Postal Service becomes a dot-com

The U.S. Postal Service launched a new World Wide Web site last week that not only offers new services, but a new address as well.

USPS switched from a dot-gov site (www.usps.gov), to a dot-com location (www.usps.com).

"We wanted to make it easier for our customers to find us," said Mark Saunders, spokesman for USPS. "People are more accustomed to dot-com [addresses] than dot-gov."

Dot-com domain names have been restricted to commercial users, and the change has disturbed some industry representatives. "We are extremely concerned that this "mutation' could deceive the public into believing they are not dealing with a government entity," said Ed Black, president of the Computer & Communications Industry Association, a nonprofit organization that represents computer and communication firms.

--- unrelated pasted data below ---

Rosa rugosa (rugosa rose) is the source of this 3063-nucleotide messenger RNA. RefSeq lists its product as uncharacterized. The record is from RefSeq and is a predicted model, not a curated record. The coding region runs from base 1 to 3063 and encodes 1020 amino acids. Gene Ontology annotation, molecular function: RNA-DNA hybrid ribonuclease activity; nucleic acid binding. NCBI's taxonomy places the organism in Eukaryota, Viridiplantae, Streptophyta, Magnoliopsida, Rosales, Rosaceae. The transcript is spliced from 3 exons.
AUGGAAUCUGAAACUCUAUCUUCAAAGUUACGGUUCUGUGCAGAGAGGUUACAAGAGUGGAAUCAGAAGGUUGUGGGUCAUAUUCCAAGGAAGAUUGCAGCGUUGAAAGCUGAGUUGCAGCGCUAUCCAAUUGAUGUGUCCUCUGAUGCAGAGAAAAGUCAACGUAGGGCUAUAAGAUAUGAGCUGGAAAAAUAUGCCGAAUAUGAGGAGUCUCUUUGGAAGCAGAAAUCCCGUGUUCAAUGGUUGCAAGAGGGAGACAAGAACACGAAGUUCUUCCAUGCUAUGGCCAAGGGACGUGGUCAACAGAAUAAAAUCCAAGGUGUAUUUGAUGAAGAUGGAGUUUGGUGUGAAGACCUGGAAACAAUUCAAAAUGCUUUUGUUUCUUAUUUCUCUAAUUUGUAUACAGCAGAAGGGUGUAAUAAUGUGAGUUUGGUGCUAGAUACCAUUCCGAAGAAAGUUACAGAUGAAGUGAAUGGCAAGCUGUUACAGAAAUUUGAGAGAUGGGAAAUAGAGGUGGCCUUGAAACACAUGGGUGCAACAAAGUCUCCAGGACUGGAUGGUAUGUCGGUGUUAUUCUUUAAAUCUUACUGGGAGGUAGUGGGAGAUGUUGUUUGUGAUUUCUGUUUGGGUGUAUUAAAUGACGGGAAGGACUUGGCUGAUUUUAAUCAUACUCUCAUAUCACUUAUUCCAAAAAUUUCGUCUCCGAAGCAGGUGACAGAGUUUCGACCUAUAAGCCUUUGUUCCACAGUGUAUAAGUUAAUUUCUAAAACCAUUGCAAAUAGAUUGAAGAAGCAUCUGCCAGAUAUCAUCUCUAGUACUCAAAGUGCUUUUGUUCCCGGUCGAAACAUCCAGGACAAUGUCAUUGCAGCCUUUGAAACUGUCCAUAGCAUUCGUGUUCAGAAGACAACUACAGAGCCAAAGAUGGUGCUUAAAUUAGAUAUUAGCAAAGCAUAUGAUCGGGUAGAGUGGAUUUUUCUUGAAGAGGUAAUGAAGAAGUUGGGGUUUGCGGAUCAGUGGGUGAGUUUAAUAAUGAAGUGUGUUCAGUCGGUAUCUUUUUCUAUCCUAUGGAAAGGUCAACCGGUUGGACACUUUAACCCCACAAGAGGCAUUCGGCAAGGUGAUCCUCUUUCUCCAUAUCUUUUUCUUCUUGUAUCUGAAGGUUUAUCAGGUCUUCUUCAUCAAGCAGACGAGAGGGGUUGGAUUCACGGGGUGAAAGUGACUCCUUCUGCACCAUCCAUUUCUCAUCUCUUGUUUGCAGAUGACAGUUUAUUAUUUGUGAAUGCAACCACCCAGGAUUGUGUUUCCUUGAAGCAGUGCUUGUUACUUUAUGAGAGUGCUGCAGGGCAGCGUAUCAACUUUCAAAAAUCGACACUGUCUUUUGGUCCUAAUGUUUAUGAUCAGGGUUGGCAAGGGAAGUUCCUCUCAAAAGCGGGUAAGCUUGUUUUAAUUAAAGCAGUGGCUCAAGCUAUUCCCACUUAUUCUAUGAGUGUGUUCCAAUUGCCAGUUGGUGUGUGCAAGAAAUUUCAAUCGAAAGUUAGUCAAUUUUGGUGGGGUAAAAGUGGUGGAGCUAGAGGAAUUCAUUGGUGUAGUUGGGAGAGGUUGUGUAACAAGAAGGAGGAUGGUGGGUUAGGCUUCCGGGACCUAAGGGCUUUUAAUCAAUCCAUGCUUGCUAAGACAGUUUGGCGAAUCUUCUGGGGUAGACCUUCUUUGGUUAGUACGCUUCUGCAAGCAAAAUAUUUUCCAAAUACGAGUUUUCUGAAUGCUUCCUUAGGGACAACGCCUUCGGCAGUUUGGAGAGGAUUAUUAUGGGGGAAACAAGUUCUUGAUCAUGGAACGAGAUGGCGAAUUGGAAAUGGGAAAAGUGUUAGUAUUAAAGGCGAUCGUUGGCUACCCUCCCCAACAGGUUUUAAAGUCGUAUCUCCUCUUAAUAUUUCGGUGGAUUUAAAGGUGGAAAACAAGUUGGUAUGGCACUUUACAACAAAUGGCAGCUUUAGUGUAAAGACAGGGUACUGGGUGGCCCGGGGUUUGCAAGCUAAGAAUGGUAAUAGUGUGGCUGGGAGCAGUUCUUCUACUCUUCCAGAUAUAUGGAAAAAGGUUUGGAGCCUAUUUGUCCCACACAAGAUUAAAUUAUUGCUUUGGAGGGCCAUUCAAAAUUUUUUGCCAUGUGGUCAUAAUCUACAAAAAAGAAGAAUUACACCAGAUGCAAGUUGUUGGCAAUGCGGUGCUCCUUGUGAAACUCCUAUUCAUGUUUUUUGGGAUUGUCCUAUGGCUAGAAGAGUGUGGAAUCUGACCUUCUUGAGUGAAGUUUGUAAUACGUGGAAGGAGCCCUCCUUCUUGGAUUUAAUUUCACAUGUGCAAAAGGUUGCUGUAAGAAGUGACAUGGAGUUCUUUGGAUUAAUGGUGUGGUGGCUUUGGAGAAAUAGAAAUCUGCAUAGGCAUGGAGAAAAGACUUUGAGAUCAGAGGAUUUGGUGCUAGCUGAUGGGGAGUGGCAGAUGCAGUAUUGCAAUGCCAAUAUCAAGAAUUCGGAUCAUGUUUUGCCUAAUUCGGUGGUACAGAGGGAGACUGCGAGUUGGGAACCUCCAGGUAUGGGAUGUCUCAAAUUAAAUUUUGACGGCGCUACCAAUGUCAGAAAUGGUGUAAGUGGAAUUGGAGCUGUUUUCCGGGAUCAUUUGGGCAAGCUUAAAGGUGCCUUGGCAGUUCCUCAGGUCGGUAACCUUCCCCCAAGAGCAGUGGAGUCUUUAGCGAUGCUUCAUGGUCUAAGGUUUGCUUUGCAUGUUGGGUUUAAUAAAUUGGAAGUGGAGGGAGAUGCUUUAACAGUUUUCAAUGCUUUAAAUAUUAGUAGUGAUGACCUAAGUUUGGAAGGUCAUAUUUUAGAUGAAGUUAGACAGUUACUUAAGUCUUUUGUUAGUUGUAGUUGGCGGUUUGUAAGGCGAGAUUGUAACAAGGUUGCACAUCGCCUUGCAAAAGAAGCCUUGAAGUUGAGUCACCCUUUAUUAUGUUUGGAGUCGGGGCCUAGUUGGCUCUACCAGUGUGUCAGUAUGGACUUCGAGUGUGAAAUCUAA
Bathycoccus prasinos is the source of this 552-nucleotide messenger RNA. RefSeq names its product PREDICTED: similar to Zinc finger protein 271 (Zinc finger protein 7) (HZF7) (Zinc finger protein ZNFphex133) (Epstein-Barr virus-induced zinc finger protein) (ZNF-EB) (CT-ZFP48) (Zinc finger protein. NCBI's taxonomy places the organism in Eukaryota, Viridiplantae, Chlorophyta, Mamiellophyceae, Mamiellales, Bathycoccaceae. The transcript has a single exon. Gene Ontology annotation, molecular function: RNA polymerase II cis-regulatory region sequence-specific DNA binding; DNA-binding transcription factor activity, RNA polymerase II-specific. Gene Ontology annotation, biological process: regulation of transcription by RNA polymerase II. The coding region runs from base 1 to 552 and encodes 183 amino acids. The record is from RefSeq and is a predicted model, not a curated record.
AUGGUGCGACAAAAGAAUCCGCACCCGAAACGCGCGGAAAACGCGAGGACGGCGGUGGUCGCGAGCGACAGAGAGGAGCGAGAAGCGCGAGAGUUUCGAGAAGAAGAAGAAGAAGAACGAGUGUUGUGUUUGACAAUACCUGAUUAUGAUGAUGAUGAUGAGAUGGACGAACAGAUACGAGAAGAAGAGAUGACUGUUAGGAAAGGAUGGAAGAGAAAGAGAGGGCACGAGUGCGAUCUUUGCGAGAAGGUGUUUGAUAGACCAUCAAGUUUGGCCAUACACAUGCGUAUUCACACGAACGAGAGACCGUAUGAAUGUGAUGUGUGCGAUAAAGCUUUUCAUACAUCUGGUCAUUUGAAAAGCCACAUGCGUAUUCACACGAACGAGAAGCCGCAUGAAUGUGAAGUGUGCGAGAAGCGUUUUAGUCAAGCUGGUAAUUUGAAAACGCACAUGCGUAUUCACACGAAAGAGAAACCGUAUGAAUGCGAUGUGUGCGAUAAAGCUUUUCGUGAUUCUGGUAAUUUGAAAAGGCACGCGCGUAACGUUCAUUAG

The Web site change comes on the heels of USPS' announcement that it would offer an electronic bill payment service.

Featured

  • Defense
    Ryan D. McCarthy being sworn in as Army Secretary Oct. 10, 2019. (Photo credit: Sgt. Dana Clarke/U.S. Army)

    Army wants to spend nearly $1B on cloud, data by 2025

    Army Secretary Ryan McCarthy said lack of funding or a potential delay in the JEDI cloud bid "strikes to the heart of our concern."

  • Congress
    Rep. Jim Langevin (D-R.I.) at the Hack the Capitol conference Sept. 20, 2018

    Jim Langevin's view from the Hill

    As chairman of of the Intelligence and Emerging Threats and Capabilities subcommittee of the House Armed Services Committe and a member of the House Homeland Security Committee, Rhode Island Democrat Jim Langevin is one of the most influential voices on cybersecurity in Congress.

Stay Connected

FCW INSIDER

Sign up for our newsletter.

I agree to this site's Privacy Policy.